How to stop procrastinating


photo via Fulcrum labs

It is that time of year again. Everyone decides to spend the new year trying to rid themselves of all bad habits that consumed their past. Ah yes, the infamous New Year’s resolutions. For some, they may be eating healthier or getting more sleep. Maybe you are trying to waste less time scrolling aimlessly through social media, or, my personal favorite, you want to stop procrastinating. 

With the adoption of remote education and a block schedule, procrastination has arguably plagued schools more than the coronavirus itself. The moment teachers say we can log off Zoom and begin working on an assignment, students are back in bed scrolling through TikTok, leaving assignments until, at best, the night before their due date, leading to some stress-filled evenings. 

Everyone has found themselves subject to procrastination at least once, but probably closer to a million times in their life. We all wait until 11:30 p.m. to start assignments due at 11:59 p.m. We wait until we run out of clothes to do laundry. We wait until the night before to start writing articles due the next day (speaking from personal experience here). However, there may be a solution. 

There’s a common misconception that the timeline for any finished product begins with motivation to begin followed by completion of the task. But, the process of accomplishing anything is actually a loop, not a straight line. This loop begins with action, followed by motivation to continue. Gaining motivation starts with the “do something principle.” Completing even the smallest action can end the seemingly endless cycle of procrastination.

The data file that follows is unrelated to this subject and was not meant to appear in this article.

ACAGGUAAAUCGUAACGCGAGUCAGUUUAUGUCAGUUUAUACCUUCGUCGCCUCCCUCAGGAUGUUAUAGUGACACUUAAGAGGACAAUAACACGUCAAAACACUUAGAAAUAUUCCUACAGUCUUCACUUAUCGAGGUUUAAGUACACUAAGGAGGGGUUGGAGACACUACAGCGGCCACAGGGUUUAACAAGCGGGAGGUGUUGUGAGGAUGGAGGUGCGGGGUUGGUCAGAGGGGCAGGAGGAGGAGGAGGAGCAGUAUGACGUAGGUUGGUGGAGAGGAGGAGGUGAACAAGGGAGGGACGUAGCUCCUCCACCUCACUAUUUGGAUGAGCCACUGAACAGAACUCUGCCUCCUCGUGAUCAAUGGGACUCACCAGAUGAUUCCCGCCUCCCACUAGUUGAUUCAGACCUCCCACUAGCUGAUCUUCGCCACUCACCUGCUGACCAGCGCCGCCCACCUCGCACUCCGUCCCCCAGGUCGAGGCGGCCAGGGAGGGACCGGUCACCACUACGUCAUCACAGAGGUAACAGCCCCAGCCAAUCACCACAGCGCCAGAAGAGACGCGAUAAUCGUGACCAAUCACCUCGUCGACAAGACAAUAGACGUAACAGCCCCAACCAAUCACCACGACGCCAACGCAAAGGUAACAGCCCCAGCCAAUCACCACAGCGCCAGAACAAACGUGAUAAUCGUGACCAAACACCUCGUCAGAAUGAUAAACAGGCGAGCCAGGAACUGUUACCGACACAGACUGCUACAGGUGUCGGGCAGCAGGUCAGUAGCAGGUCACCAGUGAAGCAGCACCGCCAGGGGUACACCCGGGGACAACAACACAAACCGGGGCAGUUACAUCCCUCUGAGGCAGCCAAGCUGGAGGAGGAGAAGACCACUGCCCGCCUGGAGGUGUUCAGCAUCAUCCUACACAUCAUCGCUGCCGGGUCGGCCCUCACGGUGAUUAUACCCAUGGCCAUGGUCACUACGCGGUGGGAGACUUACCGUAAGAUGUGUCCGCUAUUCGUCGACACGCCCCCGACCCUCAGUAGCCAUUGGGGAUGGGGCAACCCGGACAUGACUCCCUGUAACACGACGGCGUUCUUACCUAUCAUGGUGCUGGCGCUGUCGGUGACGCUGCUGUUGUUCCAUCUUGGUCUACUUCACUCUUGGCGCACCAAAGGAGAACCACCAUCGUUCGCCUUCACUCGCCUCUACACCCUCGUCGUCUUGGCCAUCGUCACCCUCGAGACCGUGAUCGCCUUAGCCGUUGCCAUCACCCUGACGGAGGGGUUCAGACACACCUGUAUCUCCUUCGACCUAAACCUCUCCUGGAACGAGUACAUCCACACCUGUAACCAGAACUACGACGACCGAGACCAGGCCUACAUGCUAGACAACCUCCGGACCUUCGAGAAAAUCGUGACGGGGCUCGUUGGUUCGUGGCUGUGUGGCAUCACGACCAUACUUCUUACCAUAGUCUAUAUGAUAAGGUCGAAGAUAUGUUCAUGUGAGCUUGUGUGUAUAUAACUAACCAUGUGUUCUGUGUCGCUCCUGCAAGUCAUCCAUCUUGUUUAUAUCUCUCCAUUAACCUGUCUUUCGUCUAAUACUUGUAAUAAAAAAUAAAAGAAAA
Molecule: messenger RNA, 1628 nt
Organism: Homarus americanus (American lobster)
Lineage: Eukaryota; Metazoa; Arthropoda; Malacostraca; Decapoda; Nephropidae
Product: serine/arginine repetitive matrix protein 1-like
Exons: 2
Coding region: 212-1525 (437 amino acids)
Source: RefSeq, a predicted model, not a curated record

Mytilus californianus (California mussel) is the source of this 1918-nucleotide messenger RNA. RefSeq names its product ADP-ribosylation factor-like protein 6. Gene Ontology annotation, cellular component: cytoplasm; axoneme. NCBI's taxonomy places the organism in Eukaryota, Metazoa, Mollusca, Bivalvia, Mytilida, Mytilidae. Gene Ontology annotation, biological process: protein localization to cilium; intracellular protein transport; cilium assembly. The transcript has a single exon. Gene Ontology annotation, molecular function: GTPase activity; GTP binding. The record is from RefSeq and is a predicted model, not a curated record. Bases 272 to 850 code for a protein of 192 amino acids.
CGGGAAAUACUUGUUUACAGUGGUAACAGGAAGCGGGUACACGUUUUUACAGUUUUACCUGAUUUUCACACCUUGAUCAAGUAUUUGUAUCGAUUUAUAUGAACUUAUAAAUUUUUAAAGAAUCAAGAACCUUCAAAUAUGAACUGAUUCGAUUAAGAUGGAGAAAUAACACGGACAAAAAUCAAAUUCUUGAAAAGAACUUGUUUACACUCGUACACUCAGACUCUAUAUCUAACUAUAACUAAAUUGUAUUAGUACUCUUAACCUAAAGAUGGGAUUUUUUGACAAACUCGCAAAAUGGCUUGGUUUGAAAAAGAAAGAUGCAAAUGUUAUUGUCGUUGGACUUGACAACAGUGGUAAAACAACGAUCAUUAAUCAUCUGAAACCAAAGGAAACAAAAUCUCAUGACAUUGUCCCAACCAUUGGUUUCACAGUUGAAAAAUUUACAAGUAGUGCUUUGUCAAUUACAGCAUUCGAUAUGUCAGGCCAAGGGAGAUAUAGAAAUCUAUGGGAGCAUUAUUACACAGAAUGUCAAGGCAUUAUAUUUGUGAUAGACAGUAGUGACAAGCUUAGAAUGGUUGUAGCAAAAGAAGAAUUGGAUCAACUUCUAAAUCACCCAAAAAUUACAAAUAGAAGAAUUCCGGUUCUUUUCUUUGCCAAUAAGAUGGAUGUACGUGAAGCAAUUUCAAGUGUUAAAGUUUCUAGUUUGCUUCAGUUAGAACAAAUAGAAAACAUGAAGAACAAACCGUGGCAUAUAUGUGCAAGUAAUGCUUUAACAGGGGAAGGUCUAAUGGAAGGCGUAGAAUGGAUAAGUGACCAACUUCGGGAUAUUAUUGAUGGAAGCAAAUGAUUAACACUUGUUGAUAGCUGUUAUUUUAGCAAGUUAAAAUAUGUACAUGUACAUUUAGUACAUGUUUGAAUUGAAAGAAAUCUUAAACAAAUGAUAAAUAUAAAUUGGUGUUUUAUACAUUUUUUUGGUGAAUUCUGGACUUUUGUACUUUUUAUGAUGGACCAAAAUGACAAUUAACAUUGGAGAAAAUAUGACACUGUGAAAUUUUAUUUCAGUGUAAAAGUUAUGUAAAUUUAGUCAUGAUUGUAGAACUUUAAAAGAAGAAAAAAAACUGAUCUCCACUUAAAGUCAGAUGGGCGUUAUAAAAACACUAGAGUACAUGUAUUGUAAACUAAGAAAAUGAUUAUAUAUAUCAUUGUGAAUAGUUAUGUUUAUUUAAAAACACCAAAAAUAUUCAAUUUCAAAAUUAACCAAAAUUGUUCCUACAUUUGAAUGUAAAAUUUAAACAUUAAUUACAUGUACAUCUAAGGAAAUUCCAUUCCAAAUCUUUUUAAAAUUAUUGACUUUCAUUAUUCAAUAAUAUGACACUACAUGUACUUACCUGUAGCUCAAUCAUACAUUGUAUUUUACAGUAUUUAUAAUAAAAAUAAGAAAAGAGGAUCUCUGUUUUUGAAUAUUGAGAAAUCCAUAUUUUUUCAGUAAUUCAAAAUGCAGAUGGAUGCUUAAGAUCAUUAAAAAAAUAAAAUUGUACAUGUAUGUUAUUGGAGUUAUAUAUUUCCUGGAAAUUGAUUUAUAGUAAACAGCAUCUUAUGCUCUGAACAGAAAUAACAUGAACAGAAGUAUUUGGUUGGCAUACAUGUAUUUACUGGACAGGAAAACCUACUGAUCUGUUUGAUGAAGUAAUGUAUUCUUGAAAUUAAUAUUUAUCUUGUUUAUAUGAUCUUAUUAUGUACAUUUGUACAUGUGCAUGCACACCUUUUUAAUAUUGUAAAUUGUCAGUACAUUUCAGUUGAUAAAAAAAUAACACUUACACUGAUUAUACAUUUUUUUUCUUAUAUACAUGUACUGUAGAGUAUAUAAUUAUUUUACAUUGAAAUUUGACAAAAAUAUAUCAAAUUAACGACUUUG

According to numerous studies, you can finish anything by doing a simple task first, no matter how small it is. Each time we complete something, our brains become more motivated to continue. The key to avoiding procrastination is using the inspiration that comes from the small task and harnessing it to finish the bigger task. Simply putting a worksheet into Notability or opening a Google Doc can create a surge of the motivation needed to actually finish. 

However, the main contributor of procrastination, distractions, do not go away in this method. This is where willpower comes in. Put your phone down. 

Instagram is just full of people smiling on parking decks, you don’t need to like every single one. Sending random pictures back and forth on Snapchat can wait an hour. And those videos of people belting “Drivers License” will still be on TikTok when you’re done. These and every other app acting as a distraction are not worth the panic attack that will inevitably set in five minutes before that assignment is due. 

Trust me, I know this is all easier said than done, but setting good habits now is important. Future you will be grateful. Maybe 2021 is the year New Year’s resolutions actually last.